It's becoming a winter tradition, the opening-night gala of the L.A. Art Show (which runs through Sunday at the Los Angeles Convention Center). Each year attracts another A-list host such as Jon Hamm to do the honors at the event, which for the past several years has benefited St. Jude Children’s Research Hospital.
Within the crowded field of documentaries vying for awards this season is a sub-skirmish of titles dealing with the war in Syria. But the only one made by a Syrian is Firas Fayyad’s Last Men in Aleppo, a Sundance 2017 Grand Jury Prize winner focusing on the fearless White Helmets, volunteers from all walks of life who, when the barrel bombs begin to drop, run toward the blast to rescue whatever survivors they can from the rubble.
The movies of 2017 reflected the year in American culture. “The Post,” Steven Spielberg’s film about Katharine Graham’s 1971 decision to publish the Pentagon Papers, reiterated the importance of a free press in 2017, when so-called “fake news” has been under attack. Spielberg’s film likewise alludes to another of the year’s prevalent themes: women speaking out about and resisting male opportunism.
Muck Rack makes it simple to find people, tweets, or articles that mention any name, keyword, company, hashtag etc. We've compiled this guide to help you make the most of your search.
Selecting a term
Start searching tweets, articles from media outlets, articles mentioned in tweets, journalists'
names, titles and bios with some suggested searches:
Companies or Topics (e.g. iPhone, Microsoft)
Phrases (e.g. "cloud computing") — use quotes to keep the terms together
Twitter handles (e.g. @username) — returns those who have mentioned or replied to
Names (e.g. "David Pogue")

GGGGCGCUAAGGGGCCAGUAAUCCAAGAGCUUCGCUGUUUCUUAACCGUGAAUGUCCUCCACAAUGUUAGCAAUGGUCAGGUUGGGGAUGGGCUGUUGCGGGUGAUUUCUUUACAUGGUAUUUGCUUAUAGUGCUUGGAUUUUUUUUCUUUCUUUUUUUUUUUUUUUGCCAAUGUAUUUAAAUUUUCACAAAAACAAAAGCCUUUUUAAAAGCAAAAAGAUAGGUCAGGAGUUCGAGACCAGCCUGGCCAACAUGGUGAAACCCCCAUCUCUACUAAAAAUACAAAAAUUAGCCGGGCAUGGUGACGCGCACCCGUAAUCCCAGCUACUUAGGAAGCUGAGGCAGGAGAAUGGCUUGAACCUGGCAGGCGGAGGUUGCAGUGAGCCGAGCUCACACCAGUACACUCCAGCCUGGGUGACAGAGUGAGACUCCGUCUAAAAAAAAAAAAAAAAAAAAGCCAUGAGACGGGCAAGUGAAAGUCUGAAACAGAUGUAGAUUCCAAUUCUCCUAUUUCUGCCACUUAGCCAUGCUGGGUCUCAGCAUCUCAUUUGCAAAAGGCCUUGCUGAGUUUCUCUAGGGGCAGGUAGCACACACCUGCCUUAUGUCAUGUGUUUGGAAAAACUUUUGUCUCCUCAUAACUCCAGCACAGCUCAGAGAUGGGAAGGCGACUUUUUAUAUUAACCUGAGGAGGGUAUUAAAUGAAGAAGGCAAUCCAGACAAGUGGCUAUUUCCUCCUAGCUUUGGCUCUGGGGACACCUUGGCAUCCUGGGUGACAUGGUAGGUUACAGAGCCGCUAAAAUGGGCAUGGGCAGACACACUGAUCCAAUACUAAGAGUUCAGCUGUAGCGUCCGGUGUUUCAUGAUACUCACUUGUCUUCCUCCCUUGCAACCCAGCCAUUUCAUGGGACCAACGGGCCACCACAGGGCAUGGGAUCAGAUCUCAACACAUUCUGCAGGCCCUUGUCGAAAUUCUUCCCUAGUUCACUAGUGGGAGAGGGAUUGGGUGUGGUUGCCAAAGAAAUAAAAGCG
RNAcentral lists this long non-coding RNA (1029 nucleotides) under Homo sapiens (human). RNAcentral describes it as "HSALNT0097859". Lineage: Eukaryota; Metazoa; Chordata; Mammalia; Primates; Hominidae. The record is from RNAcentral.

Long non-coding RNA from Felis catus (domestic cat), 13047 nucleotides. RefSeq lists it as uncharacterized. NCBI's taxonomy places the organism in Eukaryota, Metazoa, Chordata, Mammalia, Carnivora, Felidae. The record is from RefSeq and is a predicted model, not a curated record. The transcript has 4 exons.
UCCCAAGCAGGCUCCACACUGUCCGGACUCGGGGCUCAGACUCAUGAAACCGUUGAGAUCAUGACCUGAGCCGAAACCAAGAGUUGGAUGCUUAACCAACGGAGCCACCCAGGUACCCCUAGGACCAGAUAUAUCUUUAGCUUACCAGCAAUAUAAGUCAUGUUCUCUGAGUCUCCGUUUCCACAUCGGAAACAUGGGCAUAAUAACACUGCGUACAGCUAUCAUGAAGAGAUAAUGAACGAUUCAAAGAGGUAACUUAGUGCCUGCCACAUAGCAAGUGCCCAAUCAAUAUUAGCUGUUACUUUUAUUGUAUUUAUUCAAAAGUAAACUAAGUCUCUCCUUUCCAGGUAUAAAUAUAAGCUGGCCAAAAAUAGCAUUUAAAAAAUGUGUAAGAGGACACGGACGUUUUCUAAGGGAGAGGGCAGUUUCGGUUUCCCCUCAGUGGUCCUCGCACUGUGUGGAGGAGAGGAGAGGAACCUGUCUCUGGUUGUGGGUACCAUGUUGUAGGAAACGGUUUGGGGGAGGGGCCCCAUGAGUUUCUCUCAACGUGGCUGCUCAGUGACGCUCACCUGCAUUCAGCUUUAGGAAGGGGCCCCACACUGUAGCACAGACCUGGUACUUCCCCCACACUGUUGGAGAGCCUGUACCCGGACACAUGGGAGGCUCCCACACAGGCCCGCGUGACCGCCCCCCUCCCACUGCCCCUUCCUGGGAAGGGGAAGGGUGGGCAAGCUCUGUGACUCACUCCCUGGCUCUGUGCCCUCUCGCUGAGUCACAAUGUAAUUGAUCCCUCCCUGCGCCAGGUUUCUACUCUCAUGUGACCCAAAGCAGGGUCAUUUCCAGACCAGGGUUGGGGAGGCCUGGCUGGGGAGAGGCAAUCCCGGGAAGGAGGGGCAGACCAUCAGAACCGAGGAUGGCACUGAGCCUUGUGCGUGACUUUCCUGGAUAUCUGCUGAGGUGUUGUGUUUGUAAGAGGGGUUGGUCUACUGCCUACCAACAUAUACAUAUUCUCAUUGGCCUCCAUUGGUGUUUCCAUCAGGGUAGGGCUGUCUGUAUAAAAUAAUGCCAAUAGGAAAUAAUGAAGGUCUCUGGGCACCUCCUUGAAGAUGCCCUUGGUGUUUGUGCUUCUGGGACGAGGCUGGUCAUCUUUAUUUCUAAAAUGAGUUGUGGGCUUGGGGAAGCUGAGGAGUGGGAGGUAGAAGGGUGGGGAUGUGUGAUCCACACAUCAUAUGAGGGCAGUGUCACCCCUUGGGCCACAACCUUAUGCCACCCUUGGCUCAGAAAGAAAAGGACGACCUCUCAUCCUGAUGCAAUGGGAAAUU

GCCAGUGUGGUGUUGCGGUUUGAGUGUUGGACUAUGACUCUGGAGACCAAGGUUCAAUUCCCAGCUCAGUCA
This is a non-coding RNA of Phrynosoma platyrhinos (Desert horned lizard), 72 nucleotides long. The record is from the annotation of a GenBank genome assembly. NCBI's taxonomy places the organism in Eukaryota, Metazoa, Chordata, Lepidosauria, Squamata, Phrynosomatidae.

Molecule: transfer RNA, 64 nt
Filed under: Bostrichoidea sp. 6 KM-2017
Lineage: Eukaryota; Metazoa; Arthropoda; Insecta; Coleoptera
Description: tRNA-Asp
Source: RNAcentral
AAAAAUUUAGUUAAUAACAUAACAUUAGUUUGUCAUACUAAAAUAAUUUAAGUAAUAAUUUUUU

Hashtags (e.g. #sxsw, #london2012)
Bio details (e.g. vegan, Olympics, father)
Muck Rack's Advanced Search allows for many boolean operators.
Find results that mention multiple specified terms, use AND or
+. For example, ensure each result contains both Elon Musk and Mark Zuckerberg by
searching Musk AND Zuckerberg or Musk + Zuckerberg.
Use the operators OR or , to broaden your search when you'd like either of
multiple terms to appear in results. (This is the default behavior of our search when no operators
are used). For example, results will contain either cake or cookie by searching cake OR cookie or cake,cookie
Use NOT or - to subtract results from your search. For
example, searching Disney will yield results about the Walt Disney Company as well as Walt Disney
World Resort. To exclude mentions of Disney World, search for Disney -World or Disney
When using one of these operators with a phrase, enclose it in quotation marks. For example, you can
find results about smartphones excluding Apple's iPhone 4S by searching smartphone -"iPhone
Exact case matching or punctuation
If you're searching for a brand name or keyword that relies on specific punctuation marks or capitalization, you can
find results that match your exact query by adding matchcase: before the keyword you're searching for, like matchcase:E*TRADE .
Use parentheses to separate multiple
boolean phrases. For example, to find journalists talking about having fun in Disney World or
Disneyland, search for ("disney world" OR disneyland) AND fun.
An asterisk can be used to search for any variation of a root word truncated by the asterisk. For example, searching for admin* will return results for administrator, administration, administer, administered, etc.
A near operator is an AND operator where you can control the distance between the words. You can vary the distance the near operation uses by adding a forward slash and number (between 0-99) such as strawberries NEAR/10 "whipped cream", which means the strawberries must exist within 10 words of "whipped cream".